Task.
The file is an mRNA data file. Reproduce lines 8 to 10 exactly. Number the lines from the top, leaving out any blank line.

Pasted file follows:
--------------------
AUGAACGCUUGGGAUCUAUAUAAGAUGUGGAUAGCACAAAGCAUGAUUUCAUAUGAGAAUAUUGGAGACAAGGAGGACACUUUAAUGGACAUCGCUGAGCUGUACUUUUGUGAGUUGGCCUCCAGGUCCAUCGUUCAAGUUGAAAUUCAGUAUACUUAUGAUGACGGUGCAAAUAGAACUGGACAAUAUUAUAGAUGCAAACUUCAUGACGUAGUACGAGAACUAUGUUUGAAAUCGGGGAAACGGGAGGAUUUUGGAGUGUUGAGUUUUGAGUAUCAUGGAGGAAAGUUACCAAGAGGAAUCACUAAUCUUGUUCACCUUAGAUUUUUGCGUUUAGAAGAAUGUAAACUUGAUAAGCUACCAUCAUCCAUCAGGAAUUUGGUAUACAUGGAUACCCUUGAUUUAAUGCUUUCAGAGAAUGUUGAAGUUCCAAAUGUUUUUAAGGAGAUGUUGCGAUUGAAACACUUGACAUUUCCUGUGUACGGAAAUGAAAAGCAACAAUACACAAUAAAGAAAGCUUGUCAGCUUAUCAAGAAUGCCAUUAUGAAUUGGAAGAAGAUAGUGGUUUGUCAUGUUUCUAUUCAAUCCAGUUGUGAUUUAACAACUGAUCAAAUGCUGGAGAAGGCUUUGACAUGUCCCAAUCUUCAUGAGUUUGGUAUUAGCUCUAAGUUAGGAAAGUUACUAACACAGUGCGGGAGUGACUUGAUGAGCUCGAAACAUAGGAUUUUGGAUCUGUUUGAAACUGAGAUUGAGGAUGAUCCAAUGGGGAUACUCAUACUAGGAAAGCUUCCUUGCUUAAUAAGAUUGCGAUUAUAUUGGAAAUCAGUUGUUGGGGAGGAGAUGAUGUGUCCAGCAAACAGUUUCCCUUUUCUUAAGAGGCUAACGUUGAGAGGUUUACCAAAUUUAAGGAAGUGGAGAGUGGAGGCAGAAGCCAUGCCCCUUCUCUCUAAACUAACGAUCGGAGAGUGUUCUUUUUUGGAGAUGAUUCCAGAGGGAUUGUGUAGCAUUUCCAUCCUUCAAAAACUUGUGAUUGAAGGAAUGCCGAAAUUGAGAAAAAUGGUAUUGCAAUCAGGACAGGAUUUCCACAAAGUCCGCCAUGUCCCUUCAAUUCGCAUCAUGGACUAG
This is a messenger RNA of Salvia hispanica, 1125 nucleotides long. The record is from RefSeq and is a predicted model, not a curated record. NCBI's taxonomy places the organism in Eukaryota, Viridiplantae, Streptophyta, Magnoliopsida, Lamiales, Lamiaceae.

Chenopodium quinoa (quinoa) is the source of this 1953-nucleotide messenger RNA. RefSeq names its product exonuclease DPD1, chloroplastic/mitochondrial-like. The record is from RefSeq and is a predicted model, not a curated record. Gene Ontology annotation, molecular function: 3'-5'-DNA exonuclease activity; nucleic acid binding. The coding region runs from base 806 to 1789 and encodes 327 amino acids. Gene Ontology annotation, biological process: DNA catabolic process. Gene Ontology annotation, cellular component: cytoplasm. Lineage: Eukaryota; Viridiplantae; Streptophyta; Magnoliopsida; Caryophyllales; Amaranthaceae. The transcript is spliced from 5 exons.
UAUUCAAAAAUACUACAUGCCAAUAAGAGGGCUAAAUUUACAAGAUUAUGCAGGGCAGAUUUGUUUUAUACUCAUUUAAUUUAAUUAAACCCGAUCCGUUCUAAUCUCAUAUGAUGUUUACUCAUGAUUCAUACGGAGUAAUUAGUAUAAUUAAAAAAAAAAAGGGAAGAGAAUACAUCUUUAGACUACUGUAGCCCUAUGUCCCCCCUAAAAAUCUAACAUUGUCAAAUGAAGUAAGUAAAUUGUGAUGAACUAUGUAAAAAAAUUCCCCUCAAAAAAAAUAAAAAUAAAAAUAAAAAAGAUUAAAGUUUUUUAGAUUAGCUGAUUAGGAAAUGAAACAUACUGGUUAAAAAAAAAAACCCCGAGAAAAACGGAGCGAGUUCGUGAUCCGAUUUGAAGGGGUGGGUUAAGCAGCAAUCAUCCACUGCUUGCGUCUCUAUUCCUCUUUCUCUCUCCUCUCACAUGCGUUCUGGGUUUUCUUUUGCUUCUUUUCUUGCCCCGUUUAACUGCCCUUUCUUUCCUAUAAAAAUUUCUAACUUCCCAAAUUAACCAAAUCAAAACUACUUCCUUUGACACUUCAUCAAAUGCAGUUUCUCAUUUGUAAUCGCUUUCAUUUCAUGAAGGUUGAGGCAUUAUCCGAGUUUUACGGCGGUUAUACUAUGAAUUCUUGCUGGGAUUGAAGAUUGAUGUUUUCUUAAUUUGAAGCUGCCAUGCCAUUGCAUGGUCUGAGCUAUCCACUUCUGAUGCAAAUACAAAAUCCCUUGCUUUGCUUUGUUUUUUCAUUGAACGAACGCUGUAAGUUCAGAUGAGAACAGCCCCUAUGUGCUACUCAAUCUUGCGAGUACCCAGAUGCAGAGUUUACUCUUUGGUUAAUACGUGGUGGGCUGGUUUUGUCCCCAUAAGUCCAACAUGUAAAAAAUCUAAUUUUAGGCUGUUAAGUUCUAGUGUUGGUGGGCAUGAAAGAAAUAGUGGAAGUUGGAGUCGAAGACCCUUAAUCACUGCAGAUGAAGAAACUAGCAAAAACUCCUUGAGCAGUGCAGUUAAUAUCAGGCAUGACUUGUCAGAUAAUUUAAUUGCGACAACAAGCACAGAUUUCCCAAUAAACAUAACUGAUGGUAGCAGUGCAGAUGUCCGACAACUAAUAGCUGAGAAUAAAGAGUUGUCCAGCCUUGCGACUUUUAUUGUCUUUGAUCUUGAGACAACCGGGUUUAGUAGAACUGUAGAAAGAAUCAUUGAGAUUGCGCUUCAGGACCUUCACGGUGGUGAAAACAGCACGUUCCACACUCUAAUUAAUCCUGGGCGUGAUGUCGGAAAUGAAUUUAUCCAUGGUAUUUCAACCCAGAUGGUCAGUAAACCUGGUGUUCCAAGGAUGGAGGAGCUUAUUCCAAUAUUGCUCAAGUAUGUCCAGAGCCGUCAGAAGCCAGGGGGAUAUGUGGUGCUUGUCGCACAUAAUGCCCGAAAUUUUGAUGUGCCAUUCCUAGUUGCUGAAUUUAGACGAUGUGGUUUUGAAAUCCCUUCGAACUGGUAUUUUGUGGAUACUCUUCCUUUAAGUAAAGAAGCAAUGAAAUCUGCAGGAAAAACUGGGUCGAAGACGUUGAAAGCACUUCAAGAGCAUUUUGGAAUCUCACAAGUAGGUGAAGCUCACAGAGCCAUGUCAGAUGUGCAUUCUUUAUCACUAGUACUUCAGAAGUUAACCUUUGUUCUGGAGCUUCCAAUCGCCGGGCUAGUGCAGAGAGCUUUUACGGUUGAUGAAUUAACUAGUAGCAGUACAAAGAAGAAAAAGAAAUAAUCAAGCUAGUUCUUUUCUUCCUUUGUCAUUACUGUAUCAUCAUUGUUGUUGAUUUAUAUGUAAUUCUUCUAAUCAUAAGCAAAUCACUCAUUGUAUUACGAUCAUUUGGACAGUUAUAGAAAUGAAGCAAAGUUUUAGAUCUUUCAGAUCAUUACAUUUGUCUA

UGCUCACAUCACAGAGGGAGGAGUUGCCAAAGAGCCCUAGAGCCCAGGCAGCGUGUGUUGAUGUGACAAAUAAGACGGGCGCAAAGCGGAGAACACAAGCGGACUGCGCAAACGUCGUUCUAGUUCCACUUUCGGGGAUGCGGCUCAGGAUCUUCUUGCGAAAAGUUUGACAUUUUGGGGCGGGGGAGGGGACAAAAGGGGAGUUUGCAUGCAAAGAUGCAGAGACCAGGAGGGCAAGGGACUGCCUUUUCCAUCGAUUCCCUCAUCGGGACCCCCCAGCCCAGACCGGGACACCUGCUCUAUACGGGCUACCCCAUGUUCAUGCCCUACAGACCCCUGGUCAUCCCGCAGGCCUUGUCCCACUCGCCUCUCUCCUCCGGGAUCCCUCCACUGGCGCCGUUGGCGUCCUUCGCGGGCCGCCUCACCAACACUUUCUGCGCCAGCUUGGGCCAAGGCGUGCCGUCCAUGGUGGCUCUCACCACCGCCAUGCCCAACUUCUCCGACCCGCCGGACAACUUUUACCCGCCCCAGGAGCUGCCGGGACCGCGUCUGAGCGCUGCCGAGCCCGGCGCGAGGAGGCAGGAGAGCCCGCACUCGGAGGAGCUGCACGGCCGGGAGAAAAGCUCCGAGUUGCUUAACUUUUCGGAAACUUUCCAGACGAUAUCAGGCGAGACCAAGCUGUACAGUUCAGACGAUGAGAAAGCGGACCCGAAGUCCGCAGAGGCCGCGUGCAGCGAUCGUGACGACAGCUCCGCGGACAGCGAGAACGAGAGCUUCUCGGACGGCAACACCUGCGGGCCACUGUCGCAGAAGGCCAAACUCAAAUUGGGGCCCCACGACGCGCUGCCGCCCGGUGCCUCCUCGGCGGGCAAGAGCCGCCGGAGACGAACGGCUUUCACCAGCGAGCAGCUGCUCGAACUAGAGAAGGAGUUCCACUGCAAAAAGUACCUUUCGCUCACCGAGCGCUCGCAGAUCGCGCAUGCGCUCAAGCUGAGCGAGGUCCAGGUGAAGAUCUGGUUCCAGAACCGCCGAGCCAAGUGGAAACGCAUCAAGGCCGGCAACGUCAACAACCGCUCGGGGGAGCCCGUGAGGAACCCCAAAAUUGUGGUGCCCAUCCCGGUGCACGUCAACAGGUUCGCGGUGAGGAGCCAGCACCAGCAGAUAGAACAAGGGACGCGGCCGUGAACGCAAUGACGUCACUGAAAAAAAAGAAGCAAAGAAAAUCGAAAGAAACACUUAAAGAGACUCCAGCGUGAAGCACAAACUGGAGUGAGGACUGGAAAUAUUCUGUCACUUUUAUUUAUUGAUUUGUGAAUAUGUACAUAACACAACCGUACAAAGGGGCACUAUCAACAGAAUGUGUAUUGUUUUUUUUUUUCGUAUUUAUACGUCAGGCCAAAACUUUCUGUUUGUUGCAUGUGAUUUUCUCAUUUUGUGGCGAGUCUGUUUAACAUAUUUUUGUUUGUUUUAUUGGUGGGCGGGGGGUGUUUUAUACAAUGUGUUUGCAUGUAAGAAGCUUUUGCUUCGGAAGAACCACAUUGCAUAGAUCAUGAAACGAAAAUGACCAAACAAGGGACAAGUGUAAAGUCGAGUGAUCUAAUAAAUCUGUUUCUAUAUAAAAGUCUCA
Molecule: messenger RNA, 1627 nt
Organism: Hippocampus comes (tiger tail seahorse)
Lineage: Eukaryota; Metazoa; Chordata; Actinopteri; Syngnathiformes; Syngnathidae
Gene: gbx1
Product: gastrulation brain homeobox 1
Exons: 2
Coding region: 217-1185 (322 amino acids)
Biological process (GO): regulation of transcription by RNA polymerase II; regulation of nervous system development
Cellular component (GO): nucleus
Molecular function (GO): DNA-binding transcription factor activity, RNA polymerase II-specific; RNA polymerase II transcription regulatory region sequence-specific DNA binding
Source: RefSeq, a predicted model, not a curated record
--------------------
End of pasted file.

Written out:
Lineage: Eukaryota; Metazoa; Chordata; Actinopteri; Syngnathiformes; Syngnathidae
Gene: gbx1
Product: gastrulation brain homeobox 1